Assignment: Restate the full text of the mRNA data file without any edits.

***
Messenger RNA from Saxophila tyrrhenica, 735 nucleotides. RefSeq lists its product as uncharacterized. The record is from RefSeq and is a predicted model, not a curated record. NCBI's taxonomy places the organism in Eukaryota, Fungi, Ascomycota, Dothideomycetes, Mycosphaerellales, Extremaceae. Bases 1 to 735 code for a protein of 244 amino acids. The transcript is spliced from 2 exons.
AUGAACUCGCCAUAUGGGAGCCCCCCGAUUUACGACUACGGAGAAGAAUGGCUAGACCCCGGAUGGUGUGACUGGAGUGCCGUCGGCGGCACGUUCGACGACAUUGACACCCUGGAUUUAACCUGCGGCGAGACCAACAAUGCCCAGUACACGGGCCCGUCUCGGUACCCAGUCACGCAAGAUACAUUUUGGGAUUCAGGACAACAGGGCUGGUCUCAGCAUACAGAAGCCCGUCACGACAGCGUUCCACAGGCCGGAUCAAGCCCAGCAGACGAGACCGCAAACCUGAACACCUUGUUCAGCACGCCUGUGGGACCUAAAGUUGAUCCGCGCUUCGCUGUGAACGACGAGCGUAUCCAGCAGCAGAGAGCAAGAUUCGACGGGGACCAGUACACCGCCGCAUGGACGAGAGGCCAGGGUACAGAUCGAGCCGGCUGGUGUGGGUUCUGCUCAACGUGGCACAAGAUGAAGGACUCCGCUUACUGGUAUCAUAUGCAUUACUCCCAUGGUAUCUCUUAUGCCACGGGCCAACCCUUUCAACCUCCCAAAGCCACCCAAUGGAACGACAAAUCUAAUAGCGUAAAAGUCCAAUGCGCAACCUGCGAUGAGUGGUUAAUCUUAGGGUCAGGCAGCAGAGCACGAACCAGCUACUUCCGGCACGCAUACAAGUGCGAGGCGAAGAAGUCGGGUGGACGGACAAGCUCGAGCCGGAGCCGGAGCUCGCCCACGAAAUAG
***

Messenger RNA from Saxophila tyrrhenica, 735 nucleotides. RefSeq lists its product as uncharacterized. The record is from RefSeq and is a predicted model, not a curated record. NCBI's taxonomy places the organism in Eukaryota, Fungi, Ascomycota, Dothideomycetes, Mycosphaerellales, Extremaceae. Bases 1 to 735 code for a protein of 244 amino acids. The transcript is spliced from 2 exons.
AUGAACUCGCCAUAUGGGAGCCCCCCGAUUUACGACUACGGAGAAGAAUGGCUAGACCCCGGAUGGUGUGACUGGAGUGCCGUCGGCGGCACGUUCGACGACAUUGACACCCUGGAUUUAACCUGCGGCGAGACCAACAAUGCCCAGUACACGGGCCCGUCUCGGUACCCAGUCACGCAAGAUACAUUUUGGGAUUCAGGACAACAGGGCUGGUCUCAGCAUACAGAAGCCCGUCACGACAGCGUUCCACAGGCCGGAUCAAGCCCAGCAGACGAGACCGCAAACCUGAACACCUUGUUCAGCACGCCUGUGGGACCUAAAGUUGAUCCGCGCUUCGCUGUGAACGACGAGCGUAUCCAGCAGCAGAGAGCAAGAUUCGACGGGGACCAGUACACCGCCGCAUGGACGAGAGGCCAGGGUACAGAUCGAGCCGGCUGGUGUGGGUUCUGCUCAACGUGGCACAAGAUGAAGGACUCCGCUUACUGGUAUCAUAUGCAUUACUCCCAUGGUAUCUCUUAUGCCACGGGCCAACCCUUUCAACCUCCCAAAGCCACCCAAUGGAACGACAAAUCUAAUAGCGUAAAAGUCCAAUGCGCAACCUGCGAUGAGUGGUUAAUCUUAGGGUCAGGCAGCAGAGCACGAACCAGCUACUUCCGGCACGCAUACAAGUGCGAGGCGAAGAAGUCGGGUGGACGGACAAGCUCGAGCCGGAGCCGGAGCUCGCCCACGAAAUAG